If I were the Yankees, I would try and sign Beltran for $17 million, Clement for $11 million, Odalis Perez for $10 million, and a backup C not named Flaherty. Gregg Zaun wouldn't be a bad choice. I don't think Navarro is ready yet, otherwise I'd promote him. I would also start to play Posada at first base some. I also think they should re-sign Tony Clark, he's a solid defensive player with some power, not a bad backup at all. The lefy relief crop is uninspiring, but I could see dumping Heredia and signing Myers. I'd re-sign Cairo, and promote Cano to platoon with him. I'd also promote Halsey and put him in a swingman role.

If they could pull this off, they'd have the following roster next season.

Vazquez, Brown, Mussina, Clement, and Perez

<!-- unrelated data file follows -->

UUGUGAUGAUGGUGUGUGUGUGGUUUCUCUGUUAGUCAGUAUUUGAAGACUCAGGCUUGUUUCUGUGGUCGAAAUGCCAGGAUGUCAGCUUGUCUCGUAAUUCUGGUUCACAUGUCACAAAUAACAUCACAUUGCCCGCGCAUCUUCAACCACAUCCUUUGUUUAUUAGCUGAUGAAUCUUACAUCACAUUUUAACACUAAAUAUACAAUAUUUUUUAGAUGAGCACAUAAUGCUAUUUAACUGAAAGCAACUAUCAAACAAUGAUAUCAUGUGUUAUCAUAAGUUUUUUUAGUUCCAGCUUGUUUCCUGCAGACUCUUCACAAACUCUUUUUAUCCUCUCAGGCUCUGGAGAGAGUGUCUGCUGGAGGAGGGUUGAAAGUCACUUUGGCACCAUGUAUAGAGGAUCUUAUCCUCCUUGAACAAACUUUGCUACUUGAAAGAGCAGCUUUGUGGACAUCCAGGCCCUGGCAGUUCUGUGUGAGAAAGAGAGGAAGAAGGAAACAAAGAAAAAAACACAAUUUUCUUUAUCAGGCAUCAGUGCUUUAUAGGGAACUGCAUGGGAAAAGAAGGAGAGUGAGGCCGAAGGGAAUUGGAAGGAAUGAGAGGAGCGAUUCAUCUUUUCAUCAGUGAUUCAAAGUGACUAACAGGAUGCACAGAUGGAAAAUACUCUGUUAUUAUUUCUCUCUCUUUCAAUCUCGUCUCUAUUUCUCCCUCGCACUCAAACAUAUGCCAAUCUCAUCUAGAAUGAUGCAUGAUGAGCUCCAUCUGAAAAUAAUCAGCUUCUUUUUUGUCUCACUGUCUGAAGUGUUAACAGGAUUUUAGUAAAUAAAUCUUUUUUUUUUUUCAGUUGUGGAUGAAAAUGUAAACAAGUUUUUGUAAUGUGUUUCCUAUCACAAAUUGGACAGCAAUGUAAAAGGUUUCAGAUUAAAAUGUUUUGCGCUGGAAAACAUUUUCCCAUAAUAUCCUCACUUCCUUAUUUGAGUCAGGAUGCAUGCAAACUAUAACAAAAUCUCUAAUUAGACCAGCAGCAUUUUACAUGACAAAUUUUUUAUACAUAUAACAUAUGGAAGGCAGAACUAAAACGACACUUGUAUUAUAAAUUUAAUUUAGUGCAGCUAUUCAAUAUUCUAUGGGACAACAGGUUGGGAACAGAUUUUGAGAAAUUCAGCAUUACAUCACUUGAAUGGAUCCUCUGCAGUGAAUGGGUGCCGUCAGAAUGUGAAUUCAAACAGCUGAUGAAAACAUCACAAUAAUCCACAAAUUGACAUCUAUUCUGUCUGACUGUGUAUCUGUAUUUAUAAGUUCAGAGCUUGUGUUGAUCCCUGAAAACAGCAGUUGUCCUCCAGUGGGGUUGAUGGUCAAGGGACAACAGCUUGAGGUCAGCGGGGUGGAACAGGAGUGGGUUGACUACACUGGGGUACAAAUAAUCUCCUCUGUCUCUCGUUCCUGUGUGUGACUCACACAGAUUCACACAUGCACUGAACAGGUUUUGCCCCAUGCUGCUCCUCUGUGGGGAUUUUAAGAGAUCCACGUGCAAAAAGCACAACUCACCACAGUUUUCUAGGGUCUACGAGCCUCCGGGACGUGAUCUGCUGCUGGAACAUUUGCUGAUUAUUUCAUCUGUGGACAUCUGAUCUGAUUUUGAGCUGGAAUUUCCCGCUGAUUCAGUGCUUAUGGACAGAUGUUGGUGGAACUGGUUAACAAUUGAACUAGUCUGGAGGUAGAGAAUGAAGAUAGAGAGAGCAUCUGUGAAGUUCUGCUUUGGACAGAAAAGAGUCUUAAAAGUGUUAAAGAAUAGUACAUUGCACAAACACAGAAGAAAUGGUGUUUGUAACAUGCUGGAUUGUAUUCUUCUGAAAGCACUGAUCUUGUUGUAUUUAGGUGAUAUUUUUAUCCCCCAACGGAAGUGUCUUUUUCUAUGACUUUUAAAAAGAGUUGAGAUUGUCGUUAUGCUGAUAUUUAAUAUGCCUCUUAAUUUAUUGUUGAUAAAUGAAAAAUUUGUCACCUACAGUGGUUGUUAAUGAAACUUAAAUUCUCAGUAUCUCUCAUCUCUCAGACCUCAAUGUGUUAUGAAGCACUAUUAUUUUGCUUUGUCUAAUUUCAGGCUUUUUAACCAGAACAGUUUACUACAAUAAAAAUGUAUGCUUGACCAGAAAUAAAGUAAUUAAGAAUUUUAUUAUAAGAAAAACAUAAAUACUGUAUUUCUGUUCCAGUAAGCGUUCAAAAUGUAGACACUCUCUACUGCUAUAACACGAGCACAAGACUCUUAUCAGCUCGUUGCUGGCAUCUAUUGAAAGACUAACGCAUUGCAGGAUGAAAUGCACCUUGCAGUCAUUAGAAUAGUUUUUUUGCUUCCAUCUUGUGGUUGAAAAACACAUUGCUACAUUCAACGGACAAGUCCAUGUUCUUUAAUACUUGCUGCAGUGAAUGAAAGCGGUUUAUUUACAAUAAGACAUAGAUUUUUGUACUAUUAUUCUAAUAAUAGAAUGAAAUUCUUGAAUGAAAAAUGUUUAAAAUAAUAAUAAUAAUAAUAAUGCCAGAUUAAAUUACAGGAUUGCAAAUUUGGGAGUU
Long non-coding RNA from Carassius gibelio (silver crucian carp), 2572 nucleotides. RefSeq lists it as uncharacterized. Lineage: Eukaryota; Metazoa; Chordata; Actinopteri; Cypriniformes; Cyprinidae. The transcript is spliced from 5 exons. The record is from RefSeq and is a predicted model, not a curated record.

Rivera, Gordon, Quantrill, Karsay(yeah, right), Halsey, Myers

Posada, Zaun

Giambi, Cano, Cairo, Jeter, Rodriguez, Clark

Beltran, Matsui, Lofton, Bernie, Sheffield, Crosby

They could run a lineup out there that looks like this:

Jeter, SS
Beltran, CF
Sheffield, RF
Giambi, 1B,
Rodriguez, 3B
Matsui, LF
Posada, C
Bernie/Lofton, DH
Cano/Cairo, 2B

Assuming they can sign the new guys for what I mentioned earlier, that puts the 2005 payroll at about $202.6 million. If you factor in the other costs they are paying for on bad contracts throughout baseball and releasing Heredia, it probably moves up to over $210 million. They would also work in some younger players in Cano and Halsey. Thoughts, besides the fact that the Yankees payroll advantage is really ridiculous?

by Larry Mahnken

I've been getting weighed down with stress (from the real world) lately, and I'm sure it's come through in the quality, quantity and tone of my writing. I just need a break, but I'm sure just a short one. I'll keep doing Rivals in Exile with Ben, but the blog is going to be static for a little while.